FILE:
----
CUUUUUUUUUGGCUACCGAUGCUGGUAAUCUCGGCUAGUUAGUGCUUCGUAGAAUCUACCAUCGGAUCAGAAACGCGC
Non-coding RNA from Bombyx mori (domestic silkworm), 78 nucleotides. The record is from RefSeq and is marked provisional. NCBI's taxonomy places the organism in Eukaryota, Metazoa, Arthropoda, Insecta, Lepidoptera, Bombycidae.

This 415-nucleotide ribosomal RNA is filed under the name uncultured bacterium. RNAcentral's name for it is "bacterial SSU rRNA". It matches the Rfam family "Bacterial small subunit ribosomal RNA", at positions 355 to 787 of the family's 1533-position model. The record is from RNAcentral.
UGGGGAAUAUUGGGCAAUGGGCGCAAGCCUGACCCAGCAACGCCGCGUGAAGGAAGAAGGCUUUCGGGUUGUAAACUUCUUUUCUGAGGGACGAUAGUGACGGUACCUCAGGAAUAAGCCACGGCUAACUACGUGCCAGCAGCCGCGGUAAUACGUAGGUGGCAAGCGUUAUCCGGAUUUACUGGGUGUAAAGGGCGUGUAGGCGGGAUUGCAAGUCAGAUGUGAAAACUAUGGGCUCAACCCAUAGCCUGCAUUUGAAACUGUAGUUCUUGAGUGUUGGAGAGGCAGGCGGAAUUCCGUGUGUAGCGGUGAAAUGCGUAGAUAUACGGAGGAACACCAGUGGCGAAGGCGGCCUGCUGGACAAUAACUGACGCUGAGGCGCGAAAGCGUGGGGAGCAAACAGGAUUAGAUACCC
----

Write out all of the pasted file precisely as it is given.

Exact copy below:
CUUUUUUUUUGGCUACCGAUGCUGGUAAUCUCGGCUAGUUAGUGCUUCGUAGAAUCUACCAUCGGAUCAGAAACGCGC
Non-coding RNA from Bombyx mori (domestic silkworm), 78 nucleotides. The record is from RefSeq and is marked provisional. NCBI's taxonomy places the organism in Eukaryota, Metazoa, Arthropoda, Insecta, Lepidoptera, Bombycidae.

This 415-nucleotide ribosomal RNA is filed under the name uncultured bacterium. RNAcentral's name for it is "bacterial SSU rRNA". It matches the Rfam family "Bacterial small subunit ribosomal RNA", at positions 355 to 787 of the family's 1533-position model. The record is from RNAcentral.
UGGGGAAUAUUGGGCAAUGGGCGCAAGCCUGACCCAGCAACGCCGCGUGAAGGAAGAAGGCUUUCGGGUUGUAAACUUCUUUUCUGAGGGACGAUAGUGACGGUACCUCAGGAAUAAGCCACGGCUAACUACGUGCCAGCAGCCGCGGUAAUACGUAGGUGGCAAGCGUUAUCCGGAUUUACUGGGUGUAAAGGGCGUGUAGGCGGGAUUGCAAGUCAGAUGUGAAAACUAUGGGCUCAACCCAUAGCCUGCAUUUGAAACUGUAGUUCUUGAGUGUUGGAGAGGCAGGCGGAAUUCCGUGUGUAGCGGUGAAAUGCGUAGAUAUACGGAGGAACACCAGUGGCGAAGGCGGCCUGCUGGACAAUAACUGACGCUGAGGCGCGAAAGCGUGGGGAGCAAACAGGAUUAGAUACCC